A fluorescent supramolecular hydrogel was prepared by α-cyclodextrin (α-CD) and Tyloxapol, which can be considered as an oligomer of the nonionic surfactant polyoxyethylene tert-octylphenyl ether (Triton X-100, TX-100) with a polymerization degree below 7. For comparison, both Tyloxapol and TX-100 were selected to form hydrogels with α-CD to get more information about the interaction between different types of surfactants and cyclodextrin. These hydrogels have been thoroughly characterized using various techniques including phase behavior observation, transmission electron microscopy (TEM), field emission scanning electron microscopy (FE-SEM), fluorescence spectra, fluorescence microscopy observations, Fourier transform infrared (FT-IR) spectroscopy, 1H NMR, 2D 1H-1H ROESY NMR, small-angle X-ray scattering (SAXS), X-ray diffraction (XRD) and rheological measurements. The hydrogels of α-CD/Tyloxapol are responsive to external stimuli including temperature, pH and guest molecules, and present gelation-induced quenching fluorescence emission properties. The reason for this phenomenon may be that Tyloxapol molecules come into the cavity of α-CD and form the inclusion complexes. Due to the high electron density of the narrow cavity of α-CD, it induces the shift of the electron on the benzene ring which can weaken the π–π interaction and lead to the fluorescence quenching. Moreover, the hydrogel formed by α-CD/Tyloxapol is highly responsive to the formaldehyde (HCHO). The addition of a small amount of HCHO can induce a gel-to-sol transition. Interestingly, once the gel transforms into solution, it becomes fluorescent. This makes the α-CD/Tyloxapol hydrogel a promising candidate for HCHO detection and removal in home furnishings to reduce indoor environmental pollutants.

Tracking structural transitions of bovine serum albumin in surfactant solutions by fluorescence correlation spectroscopy and fluorescence lifetime analysis

X. Zhang, A. Poniewierski, S. Hou, K. Sozański, A. Wisniewska, S. A. Wieczorek, T. Kalwarczyk, L. Sun, R. Hołyst

Soft Matter, 2015,11, 2512-2518

The structural dynamics of proteins is crucial to their biological functions. A precise and convenient method to determine the structural changes of a protein is still urgently needed. Herein, we employ fluorescence correlation spectroscopy (FCS) to track the structural transition of bovine serum albumin (BSA) in low concentrated cationic (cetyltrimethylammonium chloride, CTAC), anionic (sodium dodecyl sulfate, SDS), and nonionic (pentaethylene glycol monododecyl ether, C12E5 and octaethylene glycol monododecyl ether, C12E8) surfactant solutions. BSA is labelled with the fluorescence dye called ATTO-488 (ATTO-BSA) to obtain steady fluorescence signals for measurements. We find that the diffusion coefficient of BSA decreases abruptly with the surfactant concentration in ionic surfactant solutions at concentrations below the critical micelle concentration (CMC), while it is constant in nonionic surfactant solutions. According to the Stokes–Sutherland–Einstein equation, the hydrodynamic radius of BSA in ionic surfactant solutions amounts to ∼6.5 nm, which is 1.7 times larger than in pure water or in nonionic surfactant solutions (3.9 nm). The interaction between BSA and ionic surfactant monomers is believed to cause the structural transition of BSA. We confirm this proposal by observing a sudden shift of the fluorescence lifetime of ATTO-BSA, from 2.3 ns to ∼3.0 ns, in ionic surfactant solutions at the concentration below CMC. No change in the fluorescence lifetime is detected in nonionic surfactant solutions. Moreover, by using FCS we are also able to identify whether the structural change of protein results from its self-aggregation or unfolding.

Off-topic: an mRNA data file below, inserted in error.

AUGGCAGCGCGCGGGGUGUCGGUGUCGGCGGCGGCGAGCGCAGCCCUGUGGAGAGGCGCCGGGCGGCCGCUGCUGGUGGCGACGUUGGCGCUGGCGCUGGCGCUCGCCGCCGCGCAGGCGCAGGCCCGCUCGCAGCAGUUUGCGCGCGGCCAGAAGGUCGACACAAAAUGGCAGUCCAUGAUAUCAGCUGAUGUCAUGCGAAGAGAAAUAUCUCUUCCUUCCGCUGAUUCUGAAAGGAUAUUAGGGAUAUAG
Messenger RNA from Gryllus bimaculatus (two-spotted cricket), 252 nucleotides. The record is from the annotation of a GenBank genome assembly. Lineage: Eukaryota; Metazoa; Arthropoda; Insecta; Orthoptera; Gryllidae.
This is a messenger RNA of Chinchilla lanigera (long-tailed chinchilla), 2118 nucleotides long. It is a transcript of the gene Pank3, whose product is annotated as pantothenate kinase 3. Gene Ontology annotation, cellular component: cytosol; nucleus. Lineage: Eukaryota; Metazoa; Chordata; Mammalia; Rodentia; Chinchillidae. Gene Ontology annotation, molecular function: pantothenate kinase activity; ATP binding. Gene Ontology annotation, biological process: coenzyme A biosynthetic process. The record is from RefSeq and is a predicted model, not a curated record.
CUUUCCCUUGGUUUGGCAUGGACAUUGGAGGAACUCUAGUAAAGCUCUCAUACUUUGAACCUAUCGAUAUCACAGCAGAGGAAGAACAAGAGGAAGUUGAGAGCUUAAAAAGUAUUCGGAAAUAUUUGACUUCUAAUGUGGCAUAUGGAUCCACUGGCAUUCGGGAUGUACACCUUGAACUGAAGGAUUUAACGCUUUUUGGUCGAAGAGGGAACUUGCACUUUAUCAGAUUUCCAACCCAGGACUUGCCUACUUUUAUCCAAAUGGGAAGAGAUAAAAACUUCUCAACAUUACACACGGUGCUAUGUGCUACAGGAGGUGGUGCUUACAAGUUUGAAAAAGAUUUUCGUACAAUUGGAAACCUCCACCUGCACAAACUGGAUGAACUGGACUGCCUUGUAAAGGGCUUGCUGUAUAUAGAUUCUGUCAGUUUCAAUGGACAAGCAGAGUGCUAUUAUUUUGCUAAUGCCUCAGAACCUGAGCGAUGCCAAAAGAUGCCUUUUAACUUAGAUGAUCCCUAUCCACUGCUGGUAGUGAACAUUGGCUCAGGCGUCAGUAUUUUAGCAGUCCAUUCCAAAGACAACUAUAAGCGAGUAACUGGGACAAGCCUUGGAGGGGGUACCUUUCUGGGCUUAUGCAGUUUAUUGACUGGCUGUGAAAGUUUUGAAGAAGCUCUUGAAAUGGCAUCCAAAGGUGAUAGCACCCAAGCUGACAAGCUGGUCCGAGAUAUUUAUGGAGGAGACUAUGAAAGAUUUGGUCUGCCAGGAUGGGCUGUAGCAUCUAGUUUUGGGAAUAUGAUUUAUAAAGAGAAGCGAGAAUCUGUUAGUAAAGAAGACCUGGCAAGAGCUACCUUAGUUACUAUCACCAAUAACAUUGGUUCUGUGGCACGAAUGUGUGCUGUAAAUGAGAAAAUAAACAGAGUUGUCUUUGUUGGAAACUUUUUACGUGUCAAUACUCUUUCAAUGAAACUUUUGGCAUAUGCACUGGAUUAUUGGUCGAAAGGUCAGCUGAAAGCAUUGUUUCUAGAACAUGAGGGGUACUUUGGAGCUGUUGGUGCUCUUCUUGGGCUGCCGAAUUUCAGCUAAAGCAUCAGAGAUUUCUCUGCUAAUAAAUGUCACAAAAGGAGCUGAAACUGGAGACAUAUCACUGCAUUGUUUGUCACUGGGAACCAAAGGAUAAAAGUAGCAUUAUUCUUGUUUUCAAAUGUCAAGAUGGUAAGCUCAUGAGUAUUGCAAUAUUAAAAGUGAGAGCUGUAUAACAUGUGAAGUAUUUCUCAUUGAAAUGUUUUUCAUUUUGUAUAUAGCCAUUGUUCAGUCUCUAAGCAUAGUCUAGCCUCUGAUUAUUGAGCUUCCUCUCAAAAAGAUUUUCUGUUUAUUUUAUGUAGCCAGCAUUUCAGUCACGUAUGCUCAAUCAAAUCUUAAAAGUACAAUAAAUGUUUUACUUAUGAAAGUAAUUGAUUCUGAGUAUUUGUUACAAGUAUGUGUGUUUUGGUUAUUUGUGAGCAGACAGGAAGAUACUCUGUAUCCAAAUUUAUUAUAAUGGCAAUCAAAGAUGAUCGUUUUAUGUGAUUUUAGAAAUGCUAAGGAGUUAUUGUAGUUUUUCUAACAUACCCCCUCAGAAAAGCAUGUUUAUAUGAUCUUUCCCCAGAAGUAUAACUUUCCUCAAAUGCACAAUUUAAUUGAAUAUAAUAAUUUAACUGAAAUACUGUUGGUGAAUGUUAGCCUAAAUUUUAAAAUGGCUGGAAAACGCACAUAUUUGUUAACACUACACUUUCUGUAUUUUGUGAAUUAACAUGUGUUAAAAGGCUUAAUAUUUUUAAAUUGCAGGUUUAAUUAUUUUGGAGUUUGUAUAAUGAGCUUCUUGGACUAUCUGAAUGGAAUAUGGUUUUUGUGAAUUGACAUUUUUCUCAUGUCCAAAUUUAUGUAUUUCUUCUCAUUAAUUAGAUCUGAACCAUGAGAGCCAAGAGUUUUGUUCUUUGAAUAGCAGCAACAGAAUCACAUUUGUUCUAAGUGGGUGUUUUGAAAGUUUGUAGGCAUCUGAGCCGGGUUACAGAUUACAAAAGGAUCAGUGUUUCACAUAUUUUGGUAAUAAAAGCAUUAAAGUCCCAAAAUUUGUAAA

Towards improved precision in the quantification of surface-enhanced Raman scattering (SERS) enhancement factors: a renewed approach

A. Sivanesan, W. Adamkiewicz, G. Kalaivani, A. Kamińska, J. Waluk, R. Hołyst, E. L. Izake

Analyst, 2015,140, 489-496

This paper demonstrates a renewed procedure for the quantification of surface-enhanced Raman scattering (SERS) enhancement factors with improved precision. The principle of this method relies on deducting the resonance Raman scattering (RRS) contribution from surface-enhanced resonance Raman scattering (SERRS) to end up with the surface enhancement (SERS) effect alone. We employed 1,8,15,22-tetraaminophthalocyanato-cobalt(II) (4α-CoIITAPc), a resonance Raman- and electrochemically redox-active chromophore, as a probe molecule for RRS and SERRS experiments. The number of 4α-CoIITAPc molecules contributing to RRS and SERRS phenomena on plasmon inactive glassy carbon (GC) and plasmon active GC/Au surfaces, respectively, has been precisely estimated by cyclic voltammetry experiments. Furthermore, the SERS substrate enhancement factor (SSEF) quantified by our approach is compared with the traditionally employed methods. We also demonstrate that the present approach of SSEF quantification can be applied for any kind of different SERS substrates by choosing an appropriate laser line and probe molecule.